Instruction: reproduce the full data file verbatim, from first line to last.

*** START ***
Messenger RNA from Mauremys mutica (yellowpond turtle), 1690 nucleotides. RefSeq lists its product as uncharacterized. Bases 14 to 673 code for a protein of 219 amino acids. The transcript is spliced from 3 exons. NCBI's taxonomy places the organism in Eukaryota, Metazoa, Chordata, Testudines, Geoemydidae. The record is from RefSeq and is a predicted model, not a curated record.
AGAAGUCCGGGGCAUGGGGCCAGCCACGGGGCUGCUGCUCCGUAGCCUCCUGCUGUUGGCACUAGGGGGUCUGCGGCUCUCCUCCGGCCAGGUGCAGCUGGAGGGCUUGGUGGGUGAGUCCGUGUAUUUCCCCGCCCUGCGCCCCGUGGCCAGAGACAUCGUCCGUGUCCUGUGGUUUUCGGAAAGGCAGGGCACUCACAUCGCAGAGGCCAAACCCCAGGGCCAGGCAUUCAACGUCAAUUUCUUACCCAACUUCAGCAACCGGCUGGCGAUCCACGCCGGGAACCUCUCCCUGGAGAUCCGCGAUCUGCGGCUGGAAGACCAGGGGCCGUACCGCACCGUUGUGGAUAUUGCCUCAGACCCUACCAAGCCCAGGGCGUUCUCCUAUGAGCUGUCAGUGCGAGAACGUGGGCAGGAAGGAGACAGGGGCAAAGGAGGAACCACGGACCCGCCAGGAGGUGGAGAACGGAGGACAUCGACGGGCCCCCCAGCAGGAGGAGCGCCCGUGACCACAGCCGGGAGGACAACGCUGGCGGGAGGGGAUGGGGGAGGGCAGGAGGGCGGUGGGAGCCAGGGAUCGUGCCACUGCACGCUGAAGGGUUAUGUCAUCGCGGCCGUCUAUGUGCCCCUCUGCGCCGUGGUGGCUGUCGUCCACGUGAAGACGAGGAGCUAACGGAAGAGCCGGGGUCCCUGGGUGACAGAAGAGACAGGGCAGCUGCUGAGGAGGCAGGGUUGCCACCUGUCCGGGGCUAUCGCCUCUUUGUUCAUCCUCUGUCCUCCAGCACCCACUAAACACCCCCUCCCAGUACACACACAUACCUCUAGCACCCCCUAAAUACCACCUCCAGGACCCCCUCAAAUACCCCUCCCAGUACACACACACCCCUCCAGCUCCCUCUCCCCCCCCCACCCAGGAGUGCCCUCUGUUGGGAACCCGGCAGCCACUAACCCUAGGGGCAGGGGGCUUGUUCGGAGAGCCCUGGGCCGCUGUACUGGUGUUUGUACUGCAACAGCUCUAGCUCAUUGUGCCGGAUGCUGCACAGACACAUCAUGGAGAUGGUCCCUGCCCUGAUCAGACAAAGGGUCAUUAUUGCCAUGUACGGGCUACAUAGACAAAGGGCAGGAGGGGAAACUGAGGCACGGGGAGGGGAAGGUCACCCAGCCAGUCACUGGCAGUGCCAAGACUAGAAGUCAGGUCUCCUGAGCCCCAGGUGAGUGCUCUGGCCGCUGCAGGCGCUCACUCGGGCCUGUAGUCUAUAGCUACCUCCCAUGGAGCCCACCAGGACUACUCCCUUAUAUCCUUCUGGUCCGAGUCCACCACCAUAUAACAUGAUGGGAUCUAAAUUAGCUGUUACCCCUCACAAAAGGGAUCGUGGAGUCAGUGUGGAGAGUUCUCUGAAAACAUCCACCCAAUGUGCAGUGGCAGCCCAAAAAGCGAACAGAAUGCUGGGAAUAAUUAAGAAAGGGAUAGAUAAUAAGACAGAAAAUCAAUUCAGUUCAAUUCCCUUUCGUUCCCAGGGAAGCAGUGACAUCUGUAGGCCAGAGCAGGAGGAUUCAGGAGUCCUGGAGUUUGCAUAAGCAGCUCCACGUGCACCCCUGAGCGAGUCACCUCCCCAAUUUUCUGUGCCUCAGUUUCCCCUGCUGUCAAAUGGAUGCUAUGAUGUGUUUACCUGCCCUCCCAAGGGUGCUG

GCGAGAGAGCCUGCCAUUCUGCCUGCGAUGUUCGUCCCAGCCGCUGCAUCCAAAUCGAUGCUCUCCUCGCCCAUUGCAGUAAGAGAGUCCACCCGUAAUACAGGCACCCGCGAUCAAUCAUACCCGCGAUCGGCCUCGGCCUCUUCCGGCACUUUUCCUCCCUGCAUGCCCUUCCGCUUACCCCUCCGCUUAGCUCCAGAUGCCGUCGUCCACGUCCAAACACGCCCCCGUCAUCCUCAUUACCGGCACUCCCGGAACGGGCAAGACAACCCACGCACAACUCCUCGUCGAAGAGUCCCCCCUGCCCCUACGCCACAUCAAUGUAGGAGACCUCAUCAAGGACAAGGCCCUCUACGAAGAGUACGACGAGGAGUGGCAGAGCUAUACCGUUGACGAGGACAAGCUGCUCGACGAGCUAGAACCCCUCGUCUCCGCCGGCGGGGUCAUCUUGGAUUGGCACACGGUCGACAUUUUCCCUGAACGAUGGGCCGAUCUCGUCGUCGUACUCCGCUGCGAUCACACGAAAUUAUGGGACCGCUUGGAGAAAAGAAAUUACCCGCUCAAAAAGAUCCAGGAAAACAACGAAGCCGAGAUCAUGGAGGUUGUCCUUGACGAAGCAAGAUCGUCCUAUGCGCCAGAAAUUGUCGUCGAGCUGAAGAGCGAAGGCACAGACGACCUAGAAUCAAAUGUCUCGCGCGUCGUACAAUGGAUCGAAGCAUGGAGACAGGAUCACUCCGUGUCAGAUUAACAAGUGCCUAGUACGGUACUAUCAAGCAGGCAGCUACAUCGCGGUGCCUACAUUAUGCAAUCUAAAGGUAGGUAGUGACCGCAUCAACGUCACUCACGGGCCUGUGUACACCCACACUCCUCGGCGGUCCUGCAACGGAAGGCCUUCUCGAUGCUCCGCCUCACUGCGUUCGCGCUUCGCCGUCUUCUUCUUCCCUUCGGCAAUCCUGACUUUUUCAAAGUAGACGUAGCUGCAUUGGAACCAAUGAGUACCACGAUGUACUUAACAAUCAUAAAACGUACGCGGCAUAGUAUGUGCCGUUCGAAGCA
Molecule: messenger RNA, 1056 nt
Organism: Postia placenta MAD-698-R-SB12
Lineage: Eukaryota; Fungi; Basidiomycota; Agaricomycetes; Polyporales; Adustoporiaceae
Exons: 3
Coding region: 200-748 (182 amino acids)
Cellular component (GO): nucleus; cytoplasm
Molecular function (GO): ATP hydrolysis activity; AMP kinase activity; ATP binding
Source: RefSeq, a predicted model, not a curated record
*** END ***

Messenger RNA from Mauremys mutica (yellowpond turtle), 1690 nucleotides. RefSeq lists its product as uncharacterized. Bases 14 to 673 code for a protein of 219 amino acids. The transcript is spliced from 3 exons. NCBI's taxonomy places the organism in Eukaryota, Metazoa, Chordata, Testudines, Geoemydidae. The record is from RefSeq and is a predicted model, not a curated record.
AGAAGUCCGGGGCAUGGGGCCAGCCACGGGGCUGCUGCUCCGUAGCCUCCUGCUGUUGGCACUAGGGGGUCUGCGGCUCUCCUCCGGCCAGGUGCAGCUGGAGGGCUUGGUGGGUGAGUCCGUGUAUUUCCCCGCCCUGCGCCCCGUGGCCAGAGACAUCGUCCGUGUCCUGUGGUUUUCGGAAAGGCAGGGCACUCACAUCGCAGAGGCCAAACCCCAGGGCCAGGCAUUCAACGUCAAUUUCUUACCCAACUUCAGCAACCGGCUGGCGAUCCACGCCGGGAACCUCUCCCUGGAGAUCCGCGAUCUGCGGCUGGAAGACCAGGGGCCGUACCGCACCGUUGUGGAUAUUGCCUCAGACCCUACCAAGCCCAGGGCGUUCUCCUAUGAGCUGUCAGUGCGAGAACGUGGGCAGGAAGGAGACAGGGGCAAAGGAGGAACCACGGACCCGCCAGGAGGUGGAGAACGGAGGACAUCGACGGGCCCCCCAGCAGGAGGAGCGCCCGUGACCACAGCCGGGAGGACAACGCUGGCGGGAGGGGAUGGGGGAGGGCAGGAGGGCGGUGGGAGCCAGGGAUCGUGCCACUGCACGCUGAAGGGUUAUGUCAUCGCGGCCGUCUAUGUGCCCCUCUGCGCCGUGGUGGCUGUCGUCCACGUGAAGACGAGGAGCUAACGGAAGAGCCGGGGUCCCUGGGUGACAGAAGAGACAGGGCAGCUGCUGAGGAGGCAGGGUUGCCACCUGUCCGGGGCUAUCGCCUCUUUGUUCAUCCUCUGUCCUCCAGCACCCACUAAACACCCCCUCCCAGUACACACACAUACCUCUAGCACCCCCUAAAUACCACCUCCAGGACCCCCUCAAAUACCCCUCCCAGUACACACACACCCCUCCAGCUCCCUCUCCCCCCCCCACCCAGGAGUGCCCUCUGUUGGGAACCCGGCAGCCACUAACCCUAGGGGCAGGGGGCUUGUUCGGAGAGCCCUGGGCCGCUGUACUGGUGUUUGUACUGCAACAGCUCUAGCUCAUUGUGCCGGAUGCUGCACAGACACAUCAUGGAGAUGGUCCCUGCCCUGAUCAGACAAAGGGUCAUUAUUGCCAUGUACGGGCUACAUAGACAAAGGGCAGGAGGGGAAACUGAGGCACGGGGAGGGGAAGGUCACCCAGCCAGUCACUGGCAGUGCCAAGACUAGAAGUCAGGUCUCCUGAGCCCCAGGUGAGUGCUCUGGCCGCUGCAGGCGCUCACUCGGGCCUGUAGUCUAUAGCUACCUCCCAUGGAGCCCACCAGGACUACUCCCUUAUAUCCUUCUGGUCCGAGUCCACCACCAUAUAACAUGAUGGGAUCUAAAUUAGCUGUUACCCCUCACAAAAGGGAUCGUGGAGUCAGUGUGGAGAGUUCUCUGAAAACAUCCACCCAAUGUGCAGUGGCAGCCCAAAAAGCGAACAGAAUGCUGGGAAUAAUUAAGAAAGGGAUAGAUAAUAAGACAGAAAAUCAAUUCAGUUCAAUUCCCUUUCGUUCCCAGGGAAGCAGUGACAUCUGUAGGCCAGAGCAGGAGGAUUCAGGAGUCCUGGAGUUUGCAUAAGCAGCUCCACGUGCACCCCUGAGCGAGUCACCUCCCCAAUUUUCUGUGCCUCAGUUUCCCCUGCUGUCAAAUGGAUGCUAUGAUGUGUUUACCUGCCCUCCCAAGGGUGCUG

GCGAGAGAGCCUGCCAUUCUGCCUGCGAUGUUCGUCCCAGCCGCUGCAUCCAAAUCGAUGCUCUCCUCGCCCAUUGCAGUAAGAGAGUCCACCCGUAAUACAGGCACCCGCGAUCAAUCAUACCCGCGAUCGGCCUCGGCCUCUUCCGGCACUUUUCCUCCCUGCAUGCCCUUCCGCUUACCCCUCCGCUUAGCUCCAGAUGCCGUCGUCCACGUCCAAACACGCCCCCGUCAUCCUCAUUACCGGCACUCCCGGAACGGGCAAGACAACCCACGCACAACUCCUCGUCGAAGAGUCCCCCCUGCCCCUACGCCACAUCAAUGUAGGAGACCUCAUCAAGGACAAGGCCCUCUACGAAGAGUACGACGAGGAGUGGCAGAGCUAUACCGUUGACGAGGACAAGCUGCUCGACGAGCUAGAACCCCUCGUCUCCGCCGGCGGGGUCAUCUUGGAUUGGCACACGGUCGACAUUUUCCCUGAACGAUGGGCCGAUCUCGUCGUCGUACUCCGCUGCGAUCACACGAAAUUAUGGGACCGCUUGGAGAAAAGAAAUUACCCGCUCAAAAAGAUCCAGGAAAACAACGAAGCCGAGAUCAUGGAGGUUGUCCUUGACGAAGCAAGAUCGUCCUAUGCGCCAGAAAUUGUCGUCGAGCUGAAGAGCGAAGGCACAGACGACCUAGAAUCAAAUGUCUCGCGCGUCGUACAAUGGAUCGAAGCAUGGAGACAGGAUCACUCCGUGUCAGAUUAACAAGUGCCUAGUACGGUACUAUCAAGCAGGCAGCUACAUCGCGGUGCCUACAUUAUGCAAUCUAAAGGUAGGUAGUGACCGCAUCAACGUCACUCACGGGCCUGUGUACACCCACACUCCUCGGCGGUCCUGCAACGGAAGGCCUUCUCGAUGCUCCGCCUCACUGCGUUCGCGCUUCGCCGUCUUCUUCUUCCCUUCGGCAAUCCUGACUUUUUCAAAGUAGACGUAGCUGCAUUGGAACCAAUGAGUACCACGAUGUACUUAACAAUCAUAAAACGUACGCGGCAUAGUAUGUGCCGUUCGAAGCA
Molecule: messenger RNA, 1056 nt
Organism: Postia placenta MAD-698-R-SB12
Lineage: Eukaryota; Fungi; Basidiomycota; Agaricomycetes; Polyporales; Adustoporiaceae
Exons: 3
Coding region: 200-748 (182 amino acids)
Cellular component (GO): nucleus; cytoplasm
Molecular function (GO): ATP hydrolysis activity; AMP kinase activity; ATP binding
Source: RefSeq, a predicted model, not a curated record